TL;DR — the practice saves lives, even if not yours.
A risk that’s trivial for one person is a real concern when it’s suffered by 300,000,000 Americans.
How much modest personal discomfort and inconvenience is it worth, to save devastation somewhere else? Especially when you don’t know the people, don’t know where, and don’t even know for sure it’ll happen? People donate dollars and volunteer time when earthquakes and hurricanes strike. Standing in cold flood muck all night stacking sandbags by the river is pretty uncomfortable and inconvenient. Masks are a lot easier.
Continue reading “Why you should wear a mask even though there’s practically no chance it will keep you from getting the coronavirus”
The police are constituted to act on behalf of society. They embody society’s power. The police are the enforcement teeth behind the laws, the courts, the mayor or governor — all the branches of government. Besides requesting and coaxing and cajoling, besides careful de-escalation, besides the intimidating authority of their physical presence, our police wield force, even lethal force, ostensibly to further society’s goals.
That’s how it’s supposed to work.
Continue reading “Our police embody society’s power…”
In this time of scarcity and uncertainty, we need reliable information more than ever.
Now that we are advised to wear masks in public, there is confusion about what kind of mask to wear and how much protection it provides, to us and to others.
Our purpose here is to provide simple, easy-to-understand answers to these vexing questions.
Continue reading “COVID mask types compared (humor)”
What does it mean about our country that telling someone they should vote is thought to be partisan advocacy?
Some bugs turn out to be annoying eye-rollers, and some take an embarrassingly long time to find something embarrassingly stupid. Yet occasionally one seems respectably interesting. Here’s a nerdy dive into one of the latter. Continue reading “Fixed a worthy bug”
As undergrads in the late fall of 1969, John and I were both taking an optics course, six point something or other. It required a lab project. Perhaps primed by Star Trek and Mission Impossible, we ambitiously decided to build a long-distance laser communicator.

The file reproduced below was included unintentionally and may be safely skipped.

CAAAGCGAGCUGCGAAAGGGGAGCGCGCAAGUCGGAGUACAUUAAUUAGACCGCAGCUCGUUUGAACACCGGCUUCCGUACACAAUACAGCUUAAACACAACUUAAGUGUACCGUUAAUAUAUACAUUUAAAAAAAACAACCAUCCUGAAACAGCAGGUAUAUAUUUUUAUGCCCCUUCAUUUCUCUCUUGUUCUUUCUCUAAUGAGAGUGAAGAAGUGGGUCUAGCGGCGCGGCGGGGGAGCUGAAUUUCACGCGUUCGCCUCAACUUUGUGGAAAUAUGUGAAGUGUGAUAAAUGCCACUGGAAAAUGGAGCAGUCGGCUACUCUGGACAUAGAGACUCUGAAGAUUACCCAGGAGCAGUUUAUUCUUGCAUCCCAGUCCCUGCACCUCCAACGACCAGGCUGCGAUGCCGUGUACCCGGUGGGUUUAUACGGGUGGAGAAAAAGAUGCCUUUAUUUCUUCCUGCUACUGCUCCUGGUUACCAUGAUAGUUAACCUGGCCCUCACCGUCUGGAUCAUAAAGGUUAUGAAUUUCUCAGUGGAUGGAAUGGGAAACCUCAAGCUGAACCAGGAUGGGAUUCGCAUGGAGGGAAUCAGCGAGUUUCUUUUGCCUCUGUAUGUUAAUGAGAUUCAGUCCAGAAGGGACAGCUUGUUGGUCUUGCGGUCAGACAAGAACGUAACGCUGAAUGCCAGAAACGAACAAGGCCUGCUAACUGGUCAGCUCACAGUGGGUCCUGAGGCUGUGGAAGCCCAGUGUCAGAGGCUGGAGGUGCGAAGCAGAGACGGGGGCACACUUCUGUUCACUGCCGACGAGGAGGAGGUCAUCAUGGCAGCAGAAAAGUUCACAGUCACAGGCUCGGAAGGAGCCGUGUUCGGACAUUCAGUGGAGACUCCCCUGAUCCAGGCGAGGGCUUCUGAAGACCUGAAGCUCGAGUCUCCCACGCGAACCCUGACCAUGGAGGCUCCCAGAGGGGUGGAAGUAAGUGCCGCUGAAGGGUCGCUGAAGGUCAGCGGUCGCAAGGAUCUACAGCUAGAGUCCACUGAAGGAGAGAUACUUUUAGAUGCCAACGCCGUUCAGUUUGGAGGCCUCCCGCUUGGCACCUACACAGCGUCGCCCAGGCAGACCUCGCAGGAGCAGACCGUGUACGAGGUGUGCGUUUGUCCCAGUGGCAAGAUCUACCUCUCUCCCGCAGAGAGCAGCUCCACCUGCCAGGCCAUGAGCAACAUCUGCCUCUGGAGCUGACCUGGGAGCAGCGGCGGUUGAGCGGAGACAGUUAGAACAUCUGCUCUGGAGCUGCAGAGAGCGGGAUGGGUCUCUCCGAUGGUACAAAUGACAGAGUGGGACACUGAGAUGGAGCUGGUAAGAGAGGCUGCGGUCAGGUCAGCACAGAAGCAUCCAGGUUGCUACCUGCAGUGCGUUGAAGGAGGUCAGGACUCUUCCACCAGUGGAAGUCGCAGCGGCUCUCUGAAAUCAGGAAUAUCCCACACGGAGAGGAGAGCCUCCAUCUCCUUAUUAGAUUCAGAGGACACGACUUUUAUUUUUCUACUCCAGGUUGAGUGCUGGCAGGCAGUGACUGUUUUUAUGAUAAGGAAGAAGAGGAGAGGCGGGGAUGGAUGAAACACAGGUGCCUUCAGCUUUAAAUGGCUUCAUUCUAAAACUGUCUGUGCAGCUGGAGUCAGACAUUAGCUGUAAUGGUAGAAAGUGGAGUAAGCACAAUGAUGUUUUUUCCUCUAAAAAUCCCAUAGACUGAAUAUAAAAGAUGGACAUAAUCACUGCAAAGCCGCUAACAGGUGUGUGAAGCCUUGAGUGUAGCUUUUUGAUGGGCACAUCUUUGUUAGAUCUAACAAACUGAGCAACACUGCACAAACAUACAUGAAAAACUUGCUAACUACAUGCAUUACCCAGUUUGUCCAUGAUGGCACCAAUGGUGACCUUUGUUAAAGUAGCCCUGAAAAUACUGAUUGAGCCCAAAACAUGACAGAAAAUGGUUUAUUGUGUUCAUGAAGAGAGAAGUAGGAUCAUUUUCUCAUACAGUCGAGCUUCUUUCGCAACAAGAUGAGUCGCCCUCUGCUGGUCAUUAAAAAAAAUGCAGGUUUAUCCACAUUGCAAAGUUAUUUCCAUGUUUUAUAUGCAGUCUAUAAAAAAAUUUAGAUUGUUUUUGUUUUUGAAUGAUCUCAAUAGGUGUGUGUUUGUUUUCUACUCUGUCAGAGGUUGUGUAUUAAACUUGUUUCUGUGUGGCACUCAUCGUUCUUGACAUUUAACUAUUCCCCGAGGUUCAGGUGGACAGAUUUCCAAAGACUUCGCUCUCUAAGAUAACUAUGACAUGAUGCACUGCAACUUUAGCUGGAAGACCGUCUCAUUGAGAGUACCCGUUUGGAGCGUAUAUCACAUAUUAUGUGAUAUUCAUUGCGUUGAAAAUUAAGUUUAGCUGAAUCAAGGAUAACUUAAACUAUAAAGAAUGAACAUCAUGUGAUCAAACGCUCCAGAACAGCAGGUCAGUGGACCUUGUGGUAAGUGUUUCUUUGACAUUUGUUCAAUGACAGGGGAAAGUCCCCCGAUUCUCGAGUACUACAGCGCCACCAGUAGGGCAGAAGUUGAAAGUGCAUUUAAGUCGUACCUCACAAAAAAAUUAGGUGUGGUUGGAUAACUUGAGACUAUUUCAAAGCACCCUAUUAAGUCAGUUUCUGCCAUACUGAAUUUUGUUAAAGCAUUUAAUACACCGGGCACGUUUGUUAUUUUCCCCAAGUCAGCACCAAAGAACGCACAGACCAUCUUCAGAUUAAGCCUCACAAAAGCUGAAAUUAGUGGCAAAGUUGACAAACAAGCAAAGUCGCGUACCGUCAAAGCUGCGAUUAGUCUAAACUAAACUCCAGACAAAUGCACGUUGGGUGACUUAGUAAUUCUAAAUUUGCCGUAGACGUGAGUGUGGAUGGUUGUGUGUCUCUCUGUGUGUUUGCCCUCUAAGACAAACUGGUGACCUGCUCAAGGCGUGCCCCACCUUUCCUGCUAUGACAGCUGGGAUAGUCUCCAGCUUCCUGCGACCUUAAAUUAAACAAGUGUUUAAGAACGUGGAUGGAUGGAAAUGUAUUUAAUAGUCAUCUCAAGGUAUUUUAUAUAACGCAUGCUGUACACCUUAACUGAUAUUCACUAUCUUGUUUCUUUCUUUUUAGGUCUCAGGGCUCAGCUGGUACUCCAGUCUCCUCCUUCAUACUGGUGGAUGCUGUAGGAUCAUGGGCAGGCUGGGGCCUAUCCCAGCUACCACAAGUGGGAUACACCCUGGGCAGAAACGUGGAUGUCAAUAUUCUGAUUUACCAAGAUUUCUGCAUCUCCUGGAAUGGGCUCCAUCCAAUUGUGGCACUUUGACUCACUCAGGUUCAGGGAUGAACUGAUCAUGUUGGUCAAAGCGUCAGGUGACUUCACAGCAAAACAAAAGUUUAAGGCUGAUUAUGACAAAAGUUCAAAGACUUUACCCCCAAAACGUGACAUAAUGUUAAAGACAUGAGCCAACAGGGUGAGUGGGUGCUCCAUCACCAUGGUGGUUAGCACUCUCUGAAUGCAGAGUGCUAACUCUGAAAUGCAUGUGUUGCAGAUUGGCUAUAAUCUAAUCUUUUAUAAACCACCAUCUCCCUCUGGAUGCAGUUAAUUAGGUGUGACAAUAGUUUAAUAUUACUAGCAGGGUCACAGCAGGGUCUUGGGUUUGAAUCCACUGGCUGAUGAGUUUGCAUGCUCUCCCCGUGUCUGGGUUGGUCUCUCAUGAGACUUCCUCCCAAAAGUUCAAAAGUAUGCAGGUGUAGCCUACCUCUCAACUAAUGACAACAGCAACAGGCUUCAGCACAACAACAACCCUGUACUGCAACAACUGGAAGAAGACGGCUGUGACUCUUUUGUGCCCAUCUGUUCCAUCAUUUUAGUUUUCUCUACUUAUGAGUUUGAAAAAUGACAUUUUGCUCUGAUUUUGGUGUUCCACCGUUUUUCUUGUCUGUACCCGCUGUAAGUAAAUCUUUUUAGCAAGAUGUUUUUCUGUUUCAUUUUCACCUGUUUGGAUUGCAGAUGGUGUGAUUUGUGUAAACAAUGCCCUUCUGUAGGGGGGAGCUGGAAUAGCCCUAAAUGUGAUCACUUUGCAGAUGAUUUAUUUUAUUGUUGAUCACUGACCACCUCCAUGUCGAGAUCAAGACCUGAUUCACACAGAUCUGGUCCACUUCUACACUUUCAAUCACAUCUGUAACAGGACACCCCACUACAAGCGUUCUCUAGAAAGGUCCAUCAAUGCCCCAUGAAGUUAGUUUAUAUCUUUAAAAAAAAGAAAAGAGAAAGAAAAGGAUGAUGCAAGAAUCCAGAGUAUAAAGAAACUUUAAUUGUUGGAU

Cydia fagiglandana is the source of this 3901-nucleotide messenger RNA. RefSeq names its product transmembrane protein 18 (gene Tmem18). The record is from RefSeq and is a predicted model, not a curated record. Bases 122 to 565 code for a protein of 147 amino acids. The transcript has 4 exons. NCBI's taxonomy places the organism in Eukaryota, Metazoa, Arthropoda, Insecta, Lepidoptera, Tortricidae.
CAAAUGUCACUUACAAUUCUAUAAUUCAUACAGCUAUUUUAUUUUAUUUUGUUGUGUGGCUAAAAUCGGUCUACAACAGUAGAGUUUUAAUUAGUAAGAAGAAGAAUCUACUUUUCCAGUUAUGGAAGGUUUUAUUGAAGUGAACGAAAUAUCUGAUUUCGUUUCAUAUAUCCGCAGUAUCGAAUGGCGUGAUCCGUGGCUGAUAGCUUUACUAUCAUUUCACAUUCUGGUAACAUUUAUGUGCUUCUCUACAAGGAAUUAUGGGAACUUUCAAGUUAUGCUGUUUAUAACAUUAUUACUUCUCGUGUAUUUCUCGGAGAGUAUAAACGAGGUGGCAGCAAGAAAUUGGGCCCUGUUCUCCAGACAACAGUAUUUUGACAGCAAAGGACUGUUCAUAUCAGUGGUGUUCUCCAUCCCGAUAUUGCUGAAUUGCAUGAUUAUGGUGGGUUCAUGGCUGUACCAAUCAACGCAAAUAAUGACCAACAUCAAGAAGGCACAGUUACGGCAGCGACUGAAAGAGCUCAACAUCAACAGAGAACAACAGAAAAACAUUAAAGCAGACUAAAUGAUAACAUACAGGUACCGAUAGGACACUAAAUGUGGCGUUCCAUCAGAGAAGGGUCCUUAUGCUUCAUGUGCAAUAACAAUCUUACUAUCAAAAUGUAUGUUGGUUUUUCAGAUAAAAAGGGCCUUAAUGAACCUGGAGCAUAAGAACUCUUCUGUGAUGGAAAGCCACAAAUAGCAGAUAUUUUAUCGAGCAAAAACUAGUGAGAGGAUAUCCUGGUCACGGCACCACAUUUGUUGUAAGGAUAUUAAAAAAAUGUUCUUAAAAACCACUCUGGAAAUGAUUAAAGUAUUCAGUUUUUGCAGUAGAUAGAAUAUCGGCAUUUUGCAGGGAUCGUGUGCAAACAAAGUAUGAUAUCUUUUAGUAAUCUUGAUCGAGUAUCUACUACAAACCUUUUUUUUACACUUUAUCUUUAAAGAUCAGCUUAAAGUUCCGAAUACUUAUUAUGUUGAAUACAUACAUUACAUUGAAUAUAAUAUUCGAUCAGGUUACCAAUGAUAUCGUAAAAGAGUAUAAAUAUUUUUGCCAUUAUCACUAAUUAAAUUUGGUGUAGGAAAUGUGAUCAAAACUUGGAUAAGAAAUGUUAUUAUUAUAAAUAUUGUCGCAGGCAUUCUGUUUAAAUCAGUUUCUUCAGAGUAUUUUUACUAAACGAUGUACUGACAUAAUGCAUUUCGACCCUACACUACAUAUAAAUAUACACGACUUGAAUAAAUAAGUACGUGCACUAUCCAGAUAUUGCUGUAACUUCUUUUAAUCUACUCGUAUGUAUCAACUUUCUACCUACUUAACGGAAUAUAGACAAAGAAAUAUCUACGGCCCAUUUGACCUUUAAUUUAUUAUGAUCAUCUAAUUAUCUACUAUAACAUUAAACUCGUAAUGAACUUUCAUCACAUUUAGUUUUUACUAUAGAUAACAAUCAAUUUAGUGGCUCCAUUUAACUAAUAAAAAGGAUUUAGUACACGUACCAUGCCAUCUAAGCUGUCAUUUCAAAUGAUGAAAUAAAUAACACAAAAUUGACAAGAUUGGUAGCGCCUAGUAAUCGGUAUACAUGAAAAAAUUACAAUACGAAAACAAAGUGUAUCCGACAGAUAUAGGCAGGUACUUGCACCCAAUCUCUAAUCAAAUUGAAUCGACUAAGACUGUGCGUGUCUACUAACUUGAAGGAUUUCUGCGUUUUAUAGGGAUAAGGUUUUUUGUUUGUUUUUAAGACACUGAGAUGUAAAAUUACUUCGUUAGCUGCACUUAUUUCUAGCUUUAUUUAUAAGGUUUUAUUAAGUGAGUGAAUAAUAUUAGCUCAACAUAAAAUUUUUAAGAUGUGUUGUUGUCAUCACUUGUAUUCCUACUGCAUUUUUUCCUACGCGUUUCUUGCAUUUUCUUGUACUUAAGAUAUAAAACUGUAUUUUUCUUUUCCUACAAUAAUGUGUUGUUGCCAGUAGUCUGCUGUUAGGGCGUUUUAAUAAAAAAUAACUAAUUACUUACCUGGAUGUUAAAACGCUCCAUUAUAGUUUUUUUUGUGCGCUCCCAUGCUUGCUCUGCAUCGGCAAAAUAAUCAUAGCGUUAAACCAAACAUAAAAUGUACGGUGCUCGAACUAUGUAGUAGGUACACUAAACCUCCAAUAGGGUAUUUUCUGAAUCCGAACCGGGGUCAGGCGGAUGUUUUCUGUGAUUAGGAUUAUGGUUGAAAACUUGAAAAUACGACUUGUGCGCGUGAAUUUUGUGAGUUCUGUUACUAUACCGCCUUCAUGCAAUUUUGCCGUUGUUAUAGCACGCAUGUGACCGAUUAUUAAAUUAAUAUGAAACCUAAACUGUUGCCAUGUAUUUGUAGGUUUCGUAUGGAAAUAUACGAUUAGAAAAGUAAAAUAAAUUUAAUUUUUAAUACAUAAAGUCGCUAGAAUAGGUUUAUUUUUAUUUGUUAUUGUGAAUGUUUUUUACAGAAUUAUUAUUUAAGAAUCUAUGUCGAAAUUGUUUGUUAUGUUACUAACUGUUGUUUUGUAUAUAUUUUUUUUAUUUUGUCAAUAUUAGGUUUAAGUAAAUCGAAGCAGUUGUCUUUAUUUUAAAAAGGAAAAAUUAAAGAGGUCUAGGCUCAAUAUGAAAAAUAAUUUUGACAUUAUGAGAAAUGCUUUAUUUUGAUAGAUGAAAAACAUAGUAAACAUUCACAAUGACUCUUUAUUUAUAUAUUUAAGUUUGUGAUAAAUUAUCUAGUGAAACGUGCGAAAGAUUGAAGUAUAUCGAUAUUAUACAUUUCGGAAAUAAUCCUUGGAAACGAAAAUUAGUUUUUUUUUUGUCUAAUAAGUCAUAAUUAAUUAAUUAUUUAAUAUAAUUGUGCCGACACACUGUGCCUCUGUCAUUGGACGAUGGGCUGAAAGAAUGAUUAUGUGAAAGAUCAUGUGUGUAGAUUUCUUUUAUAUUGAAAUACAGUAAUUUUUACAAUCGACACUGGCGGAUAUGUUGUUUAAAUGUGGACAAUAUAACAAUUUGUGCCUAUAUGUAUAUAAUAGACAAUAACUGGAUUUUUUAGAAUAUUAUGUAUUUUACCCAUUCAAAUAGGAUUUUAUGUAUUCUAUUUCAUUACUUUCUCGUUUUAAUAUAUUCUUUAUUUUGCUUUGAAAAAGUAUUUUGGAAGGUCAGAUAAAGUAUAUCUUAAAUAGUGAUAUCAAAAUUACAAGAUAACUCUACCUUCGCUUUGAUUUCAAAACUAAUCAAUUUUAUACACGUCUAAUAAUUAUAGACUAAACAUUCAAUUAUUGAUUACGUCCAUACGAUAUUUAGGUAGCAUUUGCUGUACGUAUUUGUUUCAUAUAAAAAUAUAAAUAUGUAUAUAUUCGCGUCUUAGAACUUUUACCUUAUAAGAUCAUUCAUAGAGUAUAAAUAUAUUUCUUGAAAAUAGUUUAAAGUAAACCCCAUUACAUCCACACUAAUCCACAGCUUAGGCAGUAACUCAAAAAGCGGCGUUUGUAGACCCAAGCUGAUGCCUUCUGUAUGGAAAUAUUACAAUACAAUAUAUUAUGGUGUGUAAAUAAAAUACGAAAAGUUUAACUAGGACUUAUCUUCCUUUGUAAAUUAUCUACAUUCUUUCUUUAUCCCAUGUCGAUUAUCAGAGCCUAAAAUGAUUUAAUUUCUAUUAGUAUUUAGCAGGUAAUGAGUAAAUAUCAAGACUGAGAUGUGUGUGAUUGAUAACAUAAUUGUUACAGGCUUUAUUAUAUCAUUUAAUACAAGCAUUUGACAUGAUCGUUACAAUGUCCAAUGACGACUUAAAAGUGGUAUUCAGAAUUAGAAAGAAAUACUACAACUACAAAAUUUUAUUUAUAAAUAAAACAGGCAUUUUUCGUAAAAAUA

There was clear line-of-sight from the top of MIT Building 24, looking over the shoulder of the Great Dome, to my 5th-floor apartment on the other side of the Charles, on Mass Ave near Beacon St. At just over a kilometer, that seemed a long enough distance to prove the point. A safely low-milliwatt helium-neon laser (the red kind) would carry our signals. A high-voltage transistor would modulate the laser’s couple-hundred volt input power. (I think we asked first, before we tore into the laser to re-engineer our transistor into the circuit.) Continue reading “Sophomoric MIT student laser work”
This is not a proposal, but a way to communicate just one fevered vision.
It seems a fair assumption that the Robotics Club members are interested in doing some robotics. But maybe they heard “Nope, we’re not doing robotics, not until FIRST in January. The rest of the year it’s just fundraising (collecting old shoes, selling candy bars) and leaning on parents to be mentors.”
Maybe there’s a robotics project that would help with fundraising. That would combine two problems into one solution.
Continue reading “H.S. robotics project”
Are climate change deniers stupid? Here’s a theory that says no.
Continue reading “Maybe climate-change deniers aren’t stupid”
Theo Jansen’s wind powered strandbeests, bridging art and engineering, wind and transportation, might be a rich collection of ideas for students to explore.
Continue reading “Strandbeest project ideas for 8th-grade STEM club”